6 Health Risks Related to Your Skin and How To Prevent Them

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Your skin is the final frontier in your battle against bad health and appearance. If you have done everything right up until now, especially by taking care of your body and mind, it’s time to get serious about your skin. The state of your skin reflects your overall health. It can be a clear indication that something isn’t right with you. A healthy complexion tells much about our general well-being and future health prospects. Poor skin can also indicate other diseases like diabetes or liver problems. Here are some risks regarding your skin, coupled with actionable advice on how to prevent them.

1. Acne

Acne is a skin disorder that affects millions of people around the world. It is a very common disease that affects men and women alike. It may be caused by various factors, including hormonal changes, greasy foods, dirt in the pores, and other environmental factors. The most common causes of acne are excessive sebum production and clogged pores.

If you have acne, you must know that it is not something to be ashamed of or embarrassed about. If you have acne and are not using any treatment, then it’s time to do so immediately. The sooner you can find an effective treatment for your acne problem, the better off you will be in the long run.

2. Pimples and Blackheads

Pimples are caused by clogged pores (also known as blackheads), excess oil production (also known as whiteheads), and a combination of the two. Pimples can appear on your face, back, chest, neck, shoulders, or other body parts. They may appear alone or in clusters; however, they are usually found on the face and neck. These types of skin conditions usually develop when you have oily skin that’s prone to clogged pores and pimples or when you have dry skin that’s prone to excess oil production.

If you suffer from pustules (pimples containing pus), it is a sign that something is wrong with your body because pimple infections are not common in healthy people. The pus-filled pimple is often filled with bacteria, which can cause an infection if it’s not removed quickly enough by the medical staff at your local hospital. Visiting your doctor is the best option.

3. Psoriasis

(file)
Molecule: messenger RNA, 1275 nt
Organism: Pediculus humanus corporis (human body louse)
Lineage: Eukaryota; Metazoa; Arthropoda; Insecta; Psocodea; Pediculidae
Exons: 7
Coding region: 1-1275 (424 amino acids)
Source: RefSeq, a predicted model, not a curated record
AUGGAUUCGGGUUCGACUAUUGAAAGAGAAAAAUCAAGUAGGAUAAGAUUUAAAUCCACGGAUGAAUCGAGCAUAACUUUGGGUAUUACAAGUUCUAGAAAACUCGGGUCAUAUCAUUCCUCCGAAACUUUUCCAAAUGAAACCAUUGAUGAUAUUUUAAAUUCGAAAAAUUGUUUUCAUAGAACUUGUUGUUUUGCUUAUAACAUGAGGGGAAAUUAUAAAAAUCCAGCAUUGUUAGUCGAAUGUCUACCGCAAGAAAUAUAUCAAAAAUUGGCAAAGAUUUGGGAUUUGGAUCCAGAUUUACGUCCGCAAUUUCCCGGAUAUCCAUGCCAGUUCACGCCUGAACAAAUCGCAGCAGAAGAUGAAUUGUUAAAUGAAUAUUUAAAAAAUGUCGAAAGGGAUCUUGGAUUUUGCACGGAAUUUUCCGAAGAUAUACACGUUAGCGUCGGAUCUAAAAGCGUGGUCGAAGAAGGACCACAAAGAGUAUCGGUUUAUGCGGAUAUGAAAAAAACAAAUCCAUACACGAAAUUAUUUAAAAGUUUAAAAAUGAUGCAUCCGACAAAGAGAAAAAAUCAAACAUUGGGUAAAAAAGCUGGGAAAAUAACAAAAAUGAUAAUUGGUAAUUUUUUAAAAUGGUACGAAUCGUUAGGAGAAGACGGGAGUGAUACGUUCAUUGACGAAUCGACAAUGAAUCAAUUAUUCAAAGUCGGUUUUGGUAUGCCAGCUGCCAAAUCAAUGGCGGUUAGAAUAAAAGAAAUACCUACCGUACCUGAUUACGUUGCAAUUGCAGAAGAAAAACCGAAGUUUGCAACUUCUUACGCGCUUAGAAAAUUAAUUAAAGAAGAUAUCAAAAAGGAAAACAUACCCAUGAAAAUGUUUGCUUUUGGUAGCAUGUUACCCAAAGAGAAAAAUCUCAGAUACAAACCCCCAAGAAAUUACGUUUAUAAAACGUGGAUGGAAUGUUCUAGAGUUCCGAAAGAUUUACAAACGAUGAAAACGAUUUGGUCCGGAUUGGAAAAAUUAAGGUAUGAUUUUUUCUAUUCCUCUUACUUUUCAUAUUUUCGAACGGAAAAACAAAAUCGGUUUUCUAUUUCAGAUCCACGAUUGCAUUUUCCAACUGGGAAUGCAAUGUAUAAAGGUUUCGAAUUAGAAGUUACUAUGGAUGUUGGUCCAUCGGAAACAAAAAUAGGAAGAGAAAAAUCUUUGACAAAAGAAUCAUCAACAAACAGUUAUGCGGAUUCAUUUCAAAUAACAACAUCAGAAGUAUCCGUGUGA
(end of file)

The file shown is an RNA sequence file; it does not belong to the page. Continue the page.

Psoriasis is a skin condition caused by the immune system attacking the body’s skin cells. It can appear anywhere on the body, but it is more common on the elbows, knees, scalp, and back. The most common areas of psoriasis are red, scaly patches that may be covered with silvery scales or scales that are pale in color.

Psoriasis can cause severe itching and irritation and cause painful sores on your skin. While there is no known cure for the condition, there are various medical treatments you can try to reduce your symptoms. You only need to visit your doctor to know the best one for the infection.

4. Cellulitis

Cellulitis is a serious bacterial skin condition entering the body through a break in the skin. This can happen when you cut yourself, get an infection, or develop a wound that doesn’t heal properly. 

Cellulitis typically causes red, painful sores that may ooze with pus and can cause swelling and fever. If left untreated, it can lead to sepsis and even death because it spreads quickly throughout your entire body and causes severe damage. To mitigate the issue, you need to visit your doctor. 

5. Dermatitis

Dermatitis is an itchy, red rash caused by an allergic reaction. It can cause severe itching and can also develop painful sores. Dermatitis can affect any part of your body, but it is more commonly found on the scalp, face, neck, hands, and arms.

You may experience a burning sensation, swelling, redness, or tenderness in these areas. If you have dermatitis, you should see a doctor as soon as possible to help you get rid of the rash and prevent further damage to your skin. They might recommend a skin protectant barrier to prevent any more skin issues. 

6. Fungal Infections

If you suffer from fungal infections, they’re more common in the feet and groin area. This is because they are warm and moist environments where fungus likes to grow easily. The most common fungal infection is athlete’s foot which causes a small red bump with a clear center on your skin between the toes or between your toes and the end of your foot. To manage this, you should apply anti-fungal creams to the affected areas and keep your feet dry.

Everyone’s favorite part of the human body—the skin—is also one of its most sensitive. From head to toe, our skin is exposed to various elements that can be damaging if not properly cared for. Fortunately, the above can help you protect your skin and avoid its associated risks.

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